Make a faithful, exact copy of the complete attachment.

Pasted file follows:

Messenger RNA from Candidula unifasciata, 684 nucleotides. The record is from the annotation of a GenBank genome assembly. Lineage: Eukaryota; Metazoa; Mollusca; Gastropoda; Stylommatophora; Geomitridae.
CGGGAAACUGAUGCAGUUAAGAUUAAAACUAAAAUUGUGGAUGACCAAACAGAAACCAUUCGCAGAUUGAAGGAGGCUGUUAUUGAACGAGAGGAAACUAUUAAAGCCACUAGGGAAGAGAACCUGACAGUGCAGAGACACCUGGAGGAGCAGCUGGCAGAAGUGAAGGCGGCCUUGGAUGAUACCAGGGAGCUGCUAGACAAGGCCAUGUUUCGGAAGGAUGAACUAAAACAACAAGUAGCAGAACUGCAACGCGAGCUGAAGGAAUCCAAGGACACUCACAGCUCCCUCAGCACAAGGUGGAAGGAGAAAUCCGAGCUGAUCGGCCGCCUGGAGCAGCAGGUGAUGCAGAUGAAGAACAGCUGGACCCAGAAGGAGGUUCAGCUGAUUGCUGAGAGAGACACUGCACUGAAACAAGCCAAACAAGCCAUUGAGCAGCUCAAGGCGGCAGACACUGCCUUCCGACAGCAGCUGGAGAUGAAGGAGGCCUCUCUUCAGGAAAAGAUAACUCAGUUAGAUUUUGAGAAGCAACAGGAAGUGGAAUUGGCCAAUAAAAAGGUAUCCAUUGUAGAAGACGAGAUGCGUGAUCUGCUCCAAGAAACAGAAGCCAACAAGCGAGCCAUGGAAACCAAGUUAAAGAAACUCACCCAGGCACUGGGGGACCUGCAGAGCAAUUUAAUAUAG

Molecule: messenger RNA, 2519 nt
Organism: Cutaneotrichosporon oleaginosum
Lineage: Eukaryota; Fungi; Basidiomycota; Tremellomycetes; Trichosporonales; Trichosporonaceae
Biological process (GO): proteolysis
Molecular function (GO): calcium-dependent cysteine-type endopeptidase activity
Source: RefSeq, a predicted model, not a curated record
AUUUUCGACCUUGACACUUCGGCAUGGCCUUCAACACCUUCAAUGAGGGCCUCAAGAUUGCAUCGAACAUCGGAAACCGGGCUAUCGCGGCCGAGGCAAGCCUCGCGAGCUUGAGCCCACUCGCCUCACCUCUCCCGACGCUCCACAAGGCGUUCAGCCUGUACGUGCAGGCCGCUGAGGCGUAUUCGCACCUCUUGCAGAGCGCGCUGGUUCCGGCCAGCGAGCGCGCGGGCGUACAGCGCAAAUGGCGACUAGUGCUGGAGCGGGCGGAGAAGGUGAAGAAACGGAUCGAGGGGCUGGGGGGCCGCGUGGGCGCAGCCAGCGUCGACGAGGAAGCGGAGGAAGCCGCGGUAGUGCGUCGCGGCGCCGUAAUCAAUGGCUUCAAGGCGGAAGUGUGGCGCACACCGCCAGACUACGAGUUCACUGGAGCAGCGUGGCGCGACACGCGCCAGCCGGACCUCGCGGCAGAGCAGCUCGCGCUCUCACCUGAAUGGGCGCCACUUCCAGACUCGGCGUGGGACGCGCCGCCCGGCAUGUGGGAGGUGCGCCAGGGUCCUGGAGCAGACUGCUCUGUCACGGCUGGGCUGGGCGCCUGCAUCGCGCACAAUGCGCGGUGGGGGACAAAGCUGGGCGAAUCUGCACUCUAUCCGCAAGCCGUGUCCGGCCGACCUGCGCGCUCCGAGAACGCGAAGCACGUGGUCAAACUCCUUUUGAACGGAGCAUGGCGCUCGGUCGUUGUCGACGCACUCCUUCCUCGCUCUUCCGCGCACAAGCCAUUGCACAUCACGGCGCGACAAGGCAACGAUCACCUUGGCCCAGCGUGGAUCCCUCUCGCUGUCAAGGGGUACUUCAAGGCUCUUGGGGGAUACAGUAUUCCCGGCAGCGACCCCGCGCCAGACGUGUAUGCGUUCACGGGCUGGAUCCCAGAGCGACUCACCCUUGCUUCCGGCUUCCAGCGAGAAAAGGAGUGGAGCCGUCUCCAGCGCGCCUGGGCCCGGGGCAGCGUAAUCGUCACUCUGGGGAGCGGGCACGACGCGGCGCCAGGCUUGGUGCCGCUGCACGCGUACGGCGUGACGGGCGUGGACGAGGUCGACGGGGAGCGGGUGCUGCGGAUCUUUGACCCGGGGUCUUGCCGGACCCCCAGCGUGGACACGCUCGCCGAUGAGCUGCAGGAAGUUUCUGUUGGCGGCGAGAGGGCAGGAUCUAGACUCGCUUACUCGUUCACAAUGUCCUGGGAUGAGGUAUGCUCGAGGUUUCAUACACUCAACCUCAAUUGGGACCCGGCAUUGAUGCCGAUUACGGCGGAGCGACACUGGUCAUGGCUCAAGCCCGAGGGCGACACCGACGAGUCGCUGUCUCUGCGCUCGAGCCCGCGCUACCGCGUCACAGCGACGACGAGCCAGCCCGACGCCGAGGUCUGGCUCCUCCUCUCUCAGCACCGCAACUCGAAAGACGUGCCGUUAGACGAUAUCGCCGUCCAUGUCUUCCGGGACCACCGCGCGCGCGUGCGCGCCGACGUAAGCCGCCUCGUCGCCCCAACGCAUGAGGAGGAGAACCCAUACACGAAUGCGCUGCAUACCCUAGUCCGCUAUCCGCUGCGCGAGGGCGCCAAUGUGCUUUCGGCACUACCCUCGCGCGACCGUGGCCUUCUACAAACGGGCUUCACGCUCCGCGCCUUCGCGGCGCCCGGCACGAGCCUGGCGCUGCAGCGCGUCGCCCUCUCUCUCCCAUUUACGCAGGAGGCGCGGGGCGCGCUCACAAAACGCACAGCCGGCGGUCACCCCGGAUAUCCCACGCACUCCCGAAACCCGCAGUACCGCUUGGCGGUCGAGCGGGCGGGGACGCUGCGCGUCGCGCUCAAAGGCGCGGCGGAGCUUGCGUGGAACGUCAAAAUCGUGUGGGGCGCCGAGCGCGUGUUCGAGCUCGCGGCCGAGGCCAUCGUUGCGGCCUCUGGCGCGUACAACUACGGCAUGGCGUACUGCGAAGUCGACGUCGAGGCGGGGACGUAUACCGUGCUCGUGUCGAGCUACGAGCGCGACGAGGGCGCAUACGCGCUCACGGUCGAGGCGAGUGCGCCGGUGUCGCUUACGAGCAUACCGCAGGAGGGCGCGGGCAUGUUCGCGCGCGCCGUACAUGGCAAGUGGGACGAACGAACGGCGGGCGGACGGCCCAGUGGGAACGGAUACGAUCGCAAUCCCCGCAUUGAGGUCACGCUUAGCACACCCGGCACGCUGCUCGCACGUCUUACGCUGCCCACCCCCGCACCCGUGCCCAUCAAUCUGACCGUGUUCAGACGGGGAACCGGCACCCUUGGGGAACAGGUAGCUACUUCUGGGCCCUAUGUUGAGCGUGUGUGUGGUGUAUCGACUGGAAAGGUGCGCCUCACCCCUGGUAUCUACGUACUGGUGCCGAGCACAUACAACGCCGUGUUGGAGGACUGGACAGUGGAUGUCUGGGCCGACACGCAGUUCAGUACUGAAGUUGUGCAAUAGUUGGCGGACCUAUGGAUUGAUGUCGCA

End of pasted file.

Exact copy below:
Messenger RNA from Candidula unifasciata, 684 nucleotides. The record is from the annotation of a GenBank genome assembly. Lineage: Eukaryota; Metazoa; Mollusca; Gastropoda; Stylommatophora; Geomitridae.
CGGGAAACUGAUGCAGUUAAGAUUAAAACUAAAAUUGUGGAUGACCAAACAGAAACCAUUCGCAGAUUGAAGGAGGCUGUUAUUGAACGAGAGGAAACUAUUAAAGCCACUAGGGAAGAGAACCUGACAGUGCAGAGACACCUGGAGGAGCAGCUGGCAGAAGUGAAGGCGGCCUUGGAUGAUACCAGGGAGCUGCUAGACAAGGCCAUGUUUCGGAAGGAUGAACUAAAACAACAAGUAGCAGAACUGCAACGCGAGCUGAAGGAAUCCAAGGACACUCACAGCUCCCUCAGCACAAGGUGGAAGGAGAAAUCCGAGCUGAUCGGCCGCCUGGAGCAGCAGGUGAUGCAGAUGAAGAACAGCUGGACCCAGAAGGAGGUUCAGCUGAUUGCUGAGAGAGACACUGCACUGAAACAAGCCAAACAAGCCAUUGAGCAGCUCAAGGCGGCAGACACUGCCUUCCGACAGCAGCUGGAGAUGAAGGAGGCCUCUCUUCAGGAAAAGAUAACUCAGUUAGAUUUUGAGAAGCAACAGGAAGUGGAAUUGGCCAAUAAAAAGGUAUCCAUUGUAGAAGACGAGAUGCGUGAUCUGCUCCAAGAAACAGAAGCCAACAAGCGAGCCAUGGAAACCAAGUUAAAGAAACUCACCCAGGCACUGGGGGACCUGCAGAGCAAUUUAAUAUAG

Molecule: messenger RNA, 2519 nt
Organism: Cutaneotrichosporon oleaginosum
Lineage: Eukaryota; Fungi; Basidiomycota; Tremellomycetes; Trichosporonales; Trichosporonaceae
Biological process (GO): proteolysis
Molecular function (GO): calcium-dependent cysteine-type endopeptidase activity
Source: RefSeq, a predicted model, not a curated record
AUUUUCGACCUUGACACUUCGGCAUGGCCUUCAACACCUUCAAUGAGGGCCUCAAGAUUGCAUCGAACAUCGGAAACCGGGCUAUCGCGGCCGAGGCAAGCCUCGCGAGCUUGAGCCCACUCGCCUCACCUCUCCCGACGCUCCACAAGGCGUUCAGCCUGUACGUGCAGGCCGCUGAGGCGUAUUCGCACCUCUUGCAGAGCGCGCUGGUUCCGGCCAGCGAGCGCGCGGGCGUACAGCGCAAAUGGCGACUAGUGCUGGAGCGGGCGGAGAAGGUGAAGAAACGGAUCGAGGGGCUGGGGGGCCGCGUGGGCGCAGCCAGCGUCGACGAGGAAGCGGAGGAAGCCGCGGUAGUGCGUCGCGGCGCCGUAAUCAAUGGCUUCAAGGCGGAAGUGUGGCGCACACCGCCAGACUACGAGUUCACUGGAGCAGCGUGGCGCGACACGCGCCAGCCGGACCUCGCGGCAGAGCAGCUCGCGCUCUCACCUGAAUGGGCGCCACUUCCAGACUCGGCGUGGGACGCGCCGCCCGGCAUGUGGGAGGUGCGCCAGGGUCCUGGAGCAGACUGCUCUGUCACGGCUGGGCUGGGCGCCUGCAUCGCGCACAAUGCGCGGUGGGGGACAAAGCUGGGCGAAUCUGCACUCUAUCCGCAAGCCGUGUCCGGCCGACCUGCGCGCUCCGAGAACGCGAAGCACGUGGUCAAACUCCUUUUGAACGGAGCAUGGCGCUCGGUCGUUGUCGACGCACUCCUUCCUCGCUCUUCCGCGCACAAGCCAUUGCACAUCACGGCGCGACAAGGCAACGAUCACCUUGGCCCAGCGUGGAUCCCUCUCGCUGUCAAGGGGUACUUCAAGGCUCUUGGGGGAUACAGUAUUCCCGGCAGCGACCCCGCGCCAGACGUGUAUGCGUUCACGGGCUGGAUCCCAGAGCGACUCACCCUUGCUUCCGGCUUCCAGCGAGAAAAGGAGUGGAGCCGUCUCCAGCGCGCCUGGGCCCGGGGCAGCGUAAUCGUCACUCUGGGGAGCGGGCACGACGCGGCGCCAGGCUUGGUGCCGCUGCACGCGUACGGCGUGACGGGCGUGGACGAGGUCGACGGGGAGCGGGUGCUGCGGAUCUUUGACCCGGGGUCUUGCCGGACCCCCAGCGUGGACACGCUCGCCGAUGAGCUGCAGGAAGUUUCUGUUGGCGGCGAGAGGGCAGGAUCUAGACUCGCUUACUCGUUCACAAUGUCCUGGGAUGAGGUAUGCUCGAGGUUUCAUACACUCAACCUCAAUUGGGACCCGGCAUUGAUGCCGAUUACGGCGGAGCGACACUGGUCAUGGCUCAAGCCCGAGGGCGACACCGACGAGUCGCUGUCUCUGCGCUCGAGCCCGCGCUACCGCGUCACAGCGACGACGAGCCAGCCCGACGCCGAGGUCUGGCUCCUCCUCUCUCAGCACCGCAACUCGAAAGACGUGCCGUUAGACGAUAUCGCCGUCCAUGUCUUCCGGGACCACCGCGCGCGCGUGCGCGCCGACGUAAGCCGCCUCGUCGCCCCAACGCAUGAGGAGGAGAACCCAUACACGAAUGCGCUGCAUACCCUAGUCCGCUAUCCGCUGCGCGAGGGCGCCAAUGUGCUUUCGGCACUACCCUCGCGCGACCGUGGCCUUCUACAAACGGGCUUCACGCUCCGCGCCUUCGCGGCGCCCGGCACGAGCCUGGCGCUGCAGCGCGUCGCCCUCUCUCUCCCAUUUACGCAGGAGGCGCGGGGCGCGCUCACAAAACGCACAGCCGGCGGUCACCCCGGAUAUCCCACGCACUCCCGAAACCCGCAGUACCGCUUGGCGGUCGAGCGGGCGGGGACGCUGCGCGUCGCGCUCAAAGGCGCGGCGGAGCUUGCGUGGAACGUCAAAAUCGUGUGGGGCGCCGAGCGCGUGUUCGAGCUCGCGGCCGAGGCCAUCGUUGCGGCCUCUGGCGCGUACAACUACGGCAUGGCGUACUGCGAAGUCGACGUCGAGGCGGGGACGUAUACCGUGCUCGUGUCGAGCUACGAGCGCGACGAGGGCGCAUACGCGCUCACGGUCGAGGCGAGUGCGCCGGUGUCGCUUACGAGCAUACCGCAGGAGGGCGCGGGCAUGUUCGCGCGCGCCGUACAUGGCAAGUGGGACGAACGAACGGCGGGCGGACGGCCCAGUGGGAACGGAUACGAUCGCAAUCCCCGCAUUGAGGUCACGCUUAGCACACCCGGCACGCUGCUCGCACGUCUUACGCUGCCCACCCCCGCACCCGUGCCCAUCAAUCUGACCGUGUUCAGACGGGGAACCGGCACCCUUGGGGAACAGGUAGCUACUUCUGGGCCCUAUGUUGAGCGUGUGUGUGGUGUAUCGACUGGAAAGGUGCGCCUCACCCCUGGUAUCUACGUACUGGUGCCGAGCACAUACAACGCCGUGUUGGAGGACUGGACAGUGGAUGUCUGGGCCGACACGCAGUUCAGUACUGAAGUUGUGCAAUAGUUGGCGGACCUAUGGAUUGAUGUCGCA